It might have been the 10th annual Nixon’s Moses Lake Open, but it seemed like Groundhog Day to many participants and those in attendance as Aaron Echternkamp and Dave Kromm captured their 4th title. If you are keeping track or following along here, you’ll note it was their 5th time making the cut into the top ten on Sunday and their 4th victory. 4 for 5 ain’t bad! As mentioned before, if they make it into Sunday, watch out.
Echternkamp and Kromm while coming out on top, (22.16 on Sunday) didn’t exactly run away with it. Mike Wolsky and Ron Hobbs challenged every step of the way finishing just less than .2 away in 2nd with a total of 21.97 on Sunday. Levi Meseberg and Kelly Ross rounded out the top 3 only a pound out of the lead (21.13).
Not a coincidence that the top 3 teams were among the top teams all time in making the cut coming into this 10th annual version. Hobbs and Wolsky made it their 5th consecutive cut, and Meseberg and Ross were making it their 6th cut total over the 10 installments. Marc Lippincott and Chris Treffry also made this event their 6th time into the top 10.
Mixed Bag Strategies at Work
Nearly all of the top 10, and certainly the top 3, worked hard to maximize their largemouth opportunities while mixing in some time to go after some of the bigger bedding smallmouth. Wind, sunlight (sun positioning) and working areas that hadn’t been worked too hard already were all variables that those teams seemed to handle better than others.
On Sunday the field of 10 seemed to spend most of the day working different sections of the lake, with nearly half spending extensive time up north while the other half seemed to focus on the southern end. A few in the group could be seen working both sections.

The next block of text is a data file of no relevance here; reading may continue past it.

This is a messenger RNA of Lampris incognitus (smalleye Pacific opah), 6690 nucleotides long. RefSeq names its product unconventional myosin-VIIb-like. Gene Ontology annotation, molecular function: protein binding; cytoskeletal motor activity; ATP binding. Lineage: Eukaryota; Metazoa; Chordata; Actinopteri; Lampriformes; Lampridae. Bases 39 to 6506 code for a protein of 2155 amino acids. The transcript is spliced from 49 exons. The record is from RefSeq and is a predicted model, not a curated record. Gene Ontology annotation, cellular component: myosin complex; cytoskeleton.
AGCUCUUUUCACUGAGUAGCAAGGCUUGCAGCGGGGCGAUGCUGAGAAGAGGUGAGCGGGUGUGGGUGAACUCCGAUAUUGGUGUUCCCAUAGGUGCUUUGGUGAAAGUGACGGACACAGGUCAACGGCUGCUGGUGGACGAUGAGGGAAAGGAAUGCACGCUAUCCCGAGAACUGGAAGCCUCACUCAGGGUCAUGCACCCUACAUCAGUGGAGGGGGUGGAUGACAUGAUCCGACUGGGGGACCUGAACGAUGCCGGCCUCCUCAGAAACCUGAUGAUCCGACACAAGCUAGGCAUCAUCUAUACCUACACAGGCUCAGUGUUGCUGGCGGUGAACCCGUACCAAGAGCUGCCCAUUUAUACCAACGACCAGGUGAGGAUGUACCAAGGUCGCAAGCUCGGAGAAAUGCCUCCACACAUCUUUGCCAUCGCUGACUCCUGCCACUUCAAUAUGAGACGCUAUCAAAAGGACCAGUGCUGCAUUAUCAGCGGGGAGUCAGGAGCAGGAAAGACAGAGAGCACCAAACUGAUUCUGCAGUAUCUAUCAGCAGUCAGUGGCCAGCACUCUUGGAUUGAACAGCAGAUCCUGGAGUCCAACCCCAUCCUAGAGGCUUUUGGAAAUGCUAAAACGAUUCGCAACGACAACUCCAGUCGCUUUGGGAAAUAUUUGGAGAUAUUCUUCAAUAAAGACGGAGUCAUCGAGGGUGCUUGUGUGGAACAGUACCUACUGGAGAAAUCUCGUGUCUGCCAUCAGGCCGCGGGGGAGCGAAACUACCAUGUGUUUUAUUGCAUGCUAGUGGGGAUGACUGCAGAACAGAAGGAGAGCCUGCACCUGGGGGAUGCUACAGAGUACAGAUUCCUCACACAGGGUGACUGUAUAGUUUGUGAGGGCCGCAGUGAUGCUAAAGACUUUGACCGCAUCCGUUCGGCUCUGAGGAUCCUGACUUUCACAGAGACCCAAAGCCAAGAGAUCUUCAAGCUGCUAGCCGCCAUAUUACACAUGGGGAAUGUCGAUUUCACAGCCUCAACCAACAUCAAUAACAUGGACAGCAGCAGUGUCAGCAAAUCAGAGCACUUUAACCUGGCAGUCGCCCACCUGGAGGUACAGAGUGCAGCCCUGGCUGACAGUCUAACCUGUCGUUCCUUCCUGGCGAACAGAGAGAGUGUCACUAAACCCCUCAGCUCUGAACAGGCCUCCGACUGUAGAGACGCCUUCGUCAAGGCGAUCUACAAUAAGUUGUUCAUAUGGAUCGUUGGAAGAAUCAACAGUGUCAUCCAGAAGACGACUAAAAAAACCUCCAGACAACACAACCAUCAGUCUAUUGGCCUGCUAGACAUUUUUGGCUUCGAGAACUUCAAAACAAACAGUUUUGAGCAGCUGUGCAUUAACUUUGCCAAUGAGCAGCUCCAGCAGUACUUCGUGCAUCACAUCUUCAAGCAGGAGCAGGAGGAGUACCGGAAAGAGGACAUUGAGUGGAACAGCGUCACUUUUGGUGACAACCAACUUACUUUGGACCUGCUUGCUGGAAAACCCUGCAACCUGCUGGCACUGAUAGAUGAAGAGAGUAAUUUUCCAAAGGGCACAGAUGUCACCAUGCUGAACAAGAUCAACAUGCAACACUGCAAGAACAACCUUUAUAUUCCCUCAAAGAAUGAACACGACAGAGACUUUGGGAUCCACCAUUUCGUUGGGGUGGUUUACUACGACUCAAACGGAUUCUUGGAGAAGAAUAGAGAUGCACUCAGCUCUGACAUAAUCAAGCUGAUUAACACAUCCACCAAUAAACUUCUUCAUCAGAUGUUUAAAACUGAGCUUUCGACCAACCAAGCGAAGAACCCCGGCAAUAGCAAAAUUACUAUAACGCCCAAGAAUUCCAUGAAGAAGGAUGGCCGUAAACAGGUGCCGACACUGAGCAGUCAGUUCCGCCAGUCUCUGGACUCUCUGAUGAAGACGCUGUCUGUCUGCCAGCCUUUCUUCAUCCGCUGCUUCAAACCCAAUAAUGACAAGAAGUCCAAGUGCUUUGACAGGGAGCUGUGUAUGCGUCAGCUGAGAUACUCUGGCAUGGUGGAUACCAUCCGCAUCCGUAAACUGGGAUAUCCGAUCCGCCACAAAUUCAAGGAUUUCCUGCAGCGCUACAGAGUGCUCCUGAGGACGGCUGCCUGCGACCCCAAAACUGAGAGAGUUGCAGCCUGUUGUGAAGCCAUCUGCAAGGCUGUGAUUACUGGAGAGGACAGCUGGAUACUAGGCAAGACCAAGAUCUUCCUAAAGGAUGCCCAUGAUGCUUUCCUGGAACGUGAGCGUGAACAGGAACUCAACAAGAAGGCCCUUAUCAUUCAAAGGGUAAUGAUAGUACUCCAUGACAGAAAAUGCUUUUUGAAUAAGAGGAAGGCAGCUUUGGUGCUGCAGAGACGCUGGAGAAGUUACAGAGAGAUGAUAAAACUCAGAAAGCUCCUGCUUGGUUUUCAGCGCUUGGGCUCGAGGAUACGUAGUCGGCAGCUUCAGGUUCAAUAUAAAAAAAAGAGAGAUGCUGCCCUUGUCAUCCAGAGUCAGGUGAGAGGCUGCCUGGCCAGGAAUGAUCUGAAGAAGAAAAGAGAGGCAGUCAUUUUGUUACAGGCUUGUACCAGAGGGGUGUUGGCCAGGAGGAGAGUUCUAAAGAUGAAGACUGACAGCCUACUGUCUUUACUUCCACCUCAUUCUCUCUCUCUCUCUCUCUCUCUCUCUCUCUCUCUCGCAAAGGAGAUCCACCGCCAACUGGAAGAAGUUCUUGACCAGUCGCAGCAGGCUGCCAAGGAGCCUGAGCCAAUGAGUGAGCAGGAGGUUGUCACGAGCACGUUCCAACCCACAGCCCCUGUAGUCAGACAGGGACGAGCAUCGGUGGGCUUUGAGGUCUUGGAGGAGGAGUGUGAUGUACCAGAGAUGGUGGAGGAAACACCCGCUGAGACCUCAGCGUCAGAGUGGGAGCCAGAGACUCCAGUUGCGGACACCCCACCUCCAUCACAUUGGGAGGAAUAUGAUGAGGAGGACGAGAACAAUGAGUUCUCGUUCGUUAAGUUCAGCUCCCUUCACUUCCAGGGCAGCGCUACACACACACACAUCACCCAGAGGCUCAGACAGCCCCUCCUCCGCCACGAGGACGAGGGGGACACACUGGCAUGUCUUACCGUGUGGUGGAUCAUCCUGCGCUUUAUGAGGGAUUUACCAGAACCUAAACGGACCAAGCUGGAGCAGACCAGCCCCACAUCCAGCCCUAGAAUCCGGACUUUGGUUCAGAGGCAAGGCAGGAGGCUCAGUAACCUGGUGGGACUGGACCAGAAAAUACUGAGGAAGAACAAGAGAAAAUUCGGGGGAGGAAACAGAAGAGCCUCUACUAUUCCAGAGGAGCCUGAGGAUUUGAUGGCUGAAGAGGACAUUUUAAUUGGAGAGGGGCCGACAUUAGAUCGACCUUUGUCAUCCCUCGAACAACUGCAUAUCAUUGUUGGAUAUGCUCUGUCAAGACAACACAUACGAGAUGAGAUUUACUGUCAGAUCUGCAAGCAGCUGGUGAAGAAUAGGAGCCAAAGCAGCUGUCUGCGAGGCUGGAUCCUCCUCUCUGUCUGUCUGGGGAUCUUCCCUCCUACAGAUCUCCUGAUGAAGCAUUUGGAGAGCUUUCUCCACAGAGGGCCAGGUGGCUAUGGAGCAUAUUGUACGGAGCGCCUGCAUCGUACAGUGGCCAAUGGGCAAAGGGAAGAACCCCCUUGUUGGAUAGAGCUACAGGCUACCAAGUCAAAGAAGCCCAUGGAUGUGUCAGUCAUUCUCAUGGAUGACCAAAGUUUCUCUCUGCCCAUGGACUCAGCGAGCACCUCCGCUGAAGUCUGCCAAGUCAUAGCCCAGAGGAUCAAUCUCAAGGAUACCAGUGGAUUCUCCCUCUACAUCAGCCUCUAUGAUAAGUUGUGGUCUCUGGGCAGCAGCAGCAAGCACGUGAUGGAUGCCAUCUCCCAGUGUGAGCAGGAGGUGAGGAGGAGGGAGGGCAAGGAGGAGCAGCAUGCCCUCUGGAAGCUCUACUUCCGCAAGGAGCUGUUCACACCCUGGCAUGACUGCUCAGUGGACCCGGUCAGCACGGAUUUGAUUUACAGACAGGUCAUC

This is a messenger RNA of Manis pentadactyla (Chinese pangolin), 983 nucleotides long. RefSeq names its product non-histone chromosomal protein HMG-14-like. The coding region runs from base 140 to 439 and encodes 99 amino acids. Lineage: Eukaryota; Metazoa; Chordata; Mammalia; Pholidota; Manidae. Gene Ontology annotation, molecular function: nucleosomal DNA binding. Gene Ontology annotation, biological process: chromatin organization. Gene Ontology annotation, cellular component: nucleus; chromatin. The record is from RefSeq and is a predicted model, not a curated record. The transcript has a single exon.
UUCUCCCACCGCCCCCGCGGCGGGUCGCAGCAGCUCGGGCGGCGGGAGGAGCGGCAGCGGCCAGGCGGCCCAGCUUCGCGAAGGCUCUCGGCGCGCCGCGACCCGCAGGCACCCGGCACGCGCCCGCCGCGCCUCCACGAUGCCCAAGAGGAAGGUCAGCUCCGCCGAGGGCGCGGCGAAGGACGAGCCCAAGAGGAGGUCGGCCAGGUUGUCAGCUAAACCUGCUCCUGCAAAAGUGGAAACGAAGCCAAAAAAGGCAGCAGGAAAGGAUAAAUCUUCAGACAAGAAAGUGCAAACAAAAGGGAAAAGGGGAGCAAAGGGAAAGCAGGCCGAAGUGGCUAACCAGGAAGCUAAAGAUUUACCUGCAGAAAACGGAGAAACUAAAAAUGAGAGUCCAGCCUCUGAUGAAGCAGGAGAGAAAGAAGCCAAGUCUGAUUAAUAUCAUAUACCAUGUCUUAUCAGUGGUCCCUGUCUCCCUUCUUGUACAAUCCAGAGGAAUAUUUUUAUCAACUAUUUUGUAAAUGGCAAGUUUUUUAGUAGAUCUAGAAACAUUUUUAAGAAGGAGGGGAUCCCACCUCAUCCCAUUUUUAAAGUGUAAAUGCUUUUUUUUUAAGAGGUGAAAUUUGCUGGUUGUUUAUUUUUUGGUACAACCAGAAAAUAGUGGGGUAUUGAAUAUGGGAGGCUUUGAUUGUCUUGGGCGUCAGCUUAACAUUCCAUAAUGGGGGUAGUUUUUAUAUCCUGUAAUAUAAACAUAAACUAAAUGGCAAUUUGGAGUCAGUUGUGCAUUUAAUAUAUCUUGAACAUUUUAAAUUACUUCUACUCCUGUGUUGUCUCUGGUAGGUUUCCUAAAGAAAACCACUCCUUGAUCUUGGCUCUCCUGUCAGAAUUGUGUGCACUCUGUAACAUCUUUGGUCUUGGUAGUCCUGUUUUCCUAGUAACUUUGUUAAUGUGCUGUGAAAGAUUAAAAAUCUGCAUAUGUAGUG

Most of the top 10 seemed to focus on sticking a “kicker” largemouth (or two) early in the morning and then by midday, many where trying to fill limits or upgrade with some of the oversized smallmouth that were coming in droves to bed. Patience seemed to be a deciding factor as Echternkamp and Kromm worked a small group of bigger fish for several hours, while most of the rest of the field seemed to be moving at a more brisk pace on the trolling motor or picking up and moving several hundred yards on the outboard.
While there weren’t any giants weighed in on Sunday, it should be noted that Echternkamp and Kromm’s big fish of 5.99 compared with Wolsky and Hobb’s big fish of 5.27 more than made up for the difference (.2 of a lb.) in the two team’s final weights on Sunday. Those are the kind of fish the nearly everyone was after, and most believed that the largemouth would more likely provide that type of size over the smallmouth. The gamble that is inherent in that strategy however is that you miss a chance at a four and half pound average per smallmouth if the bedding smallmouth aren’t fished for more efficiently or at all. There were large swaths of unmolested smallmouth sitting on beds Sunday that had little to no pressure as most of the field felt the urge to try to connect on a 6 plus pound largemouth.
Wolsky and Hobbs had the largest bag on Saturday with over 23 pounds of smallmouth, while eventual winners, Echternkamp and Kromm brought in all largemouth for over 23 pounds as well. Missed opportunities, lost fish and not getting certain bedding fish to go where common themes on day 1. Wolsky and Hobb’s bag of brown fish seemed to stun the crowd as many believed that weight could only be accomplished by a mix of largemouth and smallmouth or just a solid bag of “green ones”.